While Coordinators bring the power of City Connects to students, it is academic researchers at Boston College who share the story of City Connects at conferences, so that others can learn from what we do.
“An advantage of City Connects being located at a university is access to researchers who can evaluate the program’s impact,” Anastasia Raczek says of City Connects, which is a part of the Center for Optimized Student Support. Raczek is the Associate Director of Research & Evaluation of the center, which is at Boston College’s Lynch School of Education and Human Development.
This spring, researchers have shared five presentations about City Connects at education research conferences in the United States and Canada.
The research was conducted by both Boston College professors and graduate students.
“Graduate education is a vital part of our mission, and we’re excited about the research our students have done and shared at these conferences,” Raczek says. “Because they come from different departments – education, measurement and statistics, developmental psychology, counseling psychology, and curriculum studies — they bring a diverse range of professional viewpoints.”Continue reading →
As City Connects expands in Indianapolis, Ind., we’re learning more about the power of local innovations.
Last September, City Connects launched in three Indianapolis schools, and we added two new features: a unique funding source and partnership with Marian University.
“I learned about City Connects years ago when I implemented this program in Springfield, Ohio, at a pre-K to 12 Catholic school system,” Dr. Ken Britt says. He is the Senior Vice President and Dean of Klipsch Educators College at Marian University. “I wanted to bring the program to Indiana because I believe that, coupled with our focus on teacher and leadership development, comprehensive student support can be a game-changer for young people. And there is no better program than City Connects.” Continue reading →
Think of Stephanie Sanabria as a one-woman fiber optic network. As a City Connects Coordinator, she connects 11 classrooms in Springfield’sEarly Childhood Education Center with resources across the city and brings those resources right into the building where it’s easy for young children and their parents to access them.
“We adapted City Connects for the early childhood years because that’s such an important stage developmentally,” Anastasia Raczek explains. Raczek is the Associate Director of Research & Evaluation at the Center for Optimized Student Support, which is based at Boston College’s Lynch School of Education and Human Development.
We used funding from the Better Way Foundation to launch this effort in Catholic Schools. The first program launched in 2012 in Boston. Today, City Connects serves more than 2,000 pre-K children in programs across the country. Continue reading →
Jordan Lawson thought he was going to be a clinical psychologist.
But after learning more about the field, he discovered psychometrics – and the idea of using statistics for social good.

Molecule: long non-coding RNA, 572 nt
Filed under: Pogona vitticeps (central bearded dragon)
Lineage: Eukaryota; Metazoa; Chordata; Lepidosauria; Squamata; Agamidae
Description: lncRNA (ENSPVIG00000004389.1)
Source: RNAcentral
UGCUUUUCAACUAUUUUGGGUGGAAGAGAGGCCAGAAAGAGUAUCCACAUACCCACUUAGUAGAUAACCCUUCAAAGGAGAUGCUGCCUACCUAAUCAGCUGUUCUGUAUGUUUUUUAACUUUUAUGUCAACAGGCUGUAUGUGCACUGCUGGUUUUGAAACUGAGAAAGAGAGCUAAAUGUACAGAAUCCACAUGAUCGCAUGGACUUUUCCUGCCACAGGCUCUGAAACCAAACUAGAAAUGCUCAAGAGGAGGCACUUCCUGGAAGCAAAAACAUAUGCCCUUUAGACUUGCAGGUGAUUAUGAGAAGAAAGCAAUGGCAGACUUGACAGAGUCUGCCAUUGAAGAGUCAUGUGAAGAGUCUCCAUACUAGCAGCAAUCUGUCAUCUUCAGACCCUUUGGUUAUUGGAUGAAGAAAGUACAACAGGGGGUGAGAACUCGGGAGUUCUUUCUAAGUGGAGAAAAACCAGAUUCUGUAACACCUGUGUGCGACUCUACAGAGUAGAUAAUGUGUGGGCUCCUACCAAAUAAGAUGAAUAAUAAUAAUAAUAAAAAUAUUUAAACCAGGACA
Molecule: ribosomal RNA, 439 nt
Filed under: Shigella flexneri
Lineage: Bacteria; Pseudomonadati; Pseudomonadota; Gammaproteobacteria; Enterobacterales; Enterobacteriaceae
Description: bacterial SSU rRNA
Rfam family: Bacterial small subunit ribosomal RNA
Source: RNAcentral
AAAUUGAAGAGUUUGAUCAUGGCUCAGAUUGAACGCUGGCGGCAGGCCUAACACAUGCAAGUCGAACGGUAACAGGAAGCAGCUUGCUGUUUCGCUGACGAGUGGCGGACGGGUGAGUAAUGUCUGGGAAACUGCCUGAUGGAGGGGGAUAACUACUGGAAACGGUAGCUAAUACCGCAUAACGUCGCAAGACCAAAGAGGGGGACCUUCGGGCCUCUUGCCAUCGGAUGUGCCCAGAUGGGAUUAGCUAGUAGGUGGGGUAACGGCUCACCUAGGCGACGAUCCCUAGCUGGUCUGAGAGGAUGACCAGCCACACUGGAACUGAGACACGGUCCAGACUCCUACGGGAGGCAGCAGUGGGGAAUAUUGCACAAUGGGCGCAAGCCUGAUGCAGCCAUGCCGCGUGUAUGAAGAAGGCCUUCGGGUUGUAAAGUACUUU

“Statistics is interesting in and of itself, but sometimes, people, myself included, can lose sight of the fact that it’s just a tool that could be used for good,” Lawson says.
Now he’s at Boston College’s Lynch School of Education and Human Development where he is a doctoral student in the Measurement, Evaluation, Statistics, and Assessment Department and a research associate who is helping to address one of City Connects’ data analysis challenges. Continue reading →
For the first time, City Connects has been implemented on a citywide level. The City Connects model is being used in every public K-8 school in Salem, Mass.
Now that the program is in its second year, we have the first year’s data, and this information is helping Salem promote students’ success and helping us understand how City Connects works on a municipal scale.
Wasser Gish is the Director of Strategic Initiatives at the Center for Optimized Student Support, which is part of Boston College’s Lynch School of Education. The center is also home to City Connects.
The answer to the nature/nurture question: Talent is evenly distributed across the population; opportunity is not. Particularly in low-income communities, environmental factors can limit students’ academic success.
“…developmental science helps us to understand why,” Wasser Gish writes. “Students who are exposed to poverty and adversities such as trauma, experience ‘toxic stress,’” that can have cascading negative effects in students’ lives.
To address these problems, Wasser Gish explains, schools can provide integrated student support.
“As researchers and educators better understand how to deliver integrated student support effectively,” Wasser Gish notes, “policymakers are stepping in to spread what works.”
Amy Heberle worked as a post-doctoral research fellow at City Connects during the 2017-2018 academic year. She is now an Assistant Professor of Psychology at Clark University in Worcester, Mass.
Recently, we caught up with Amy and asked her to tell us about her time at City Connects.
Why did you decide to become a psychologist?
I wish I had a great, thoughtful answer for this! The truth is that I sort of stumbled into it. I became interested in psychology in high school. I was curious about how people cope with mental illness and with stressful life experiences, and I had a vague idea that I wanted to be a therapist. I grew up with a bunch of younger nieces and nephews, and I loved helping to care for them and watching them develop, so I became particularly interested in child psychology. However, somewhere along the way I heard that you had to get a graduate degree to practice psychology, and I pretty much ruled it out as an option. There was no way I could have paid for grad school.Continue reading →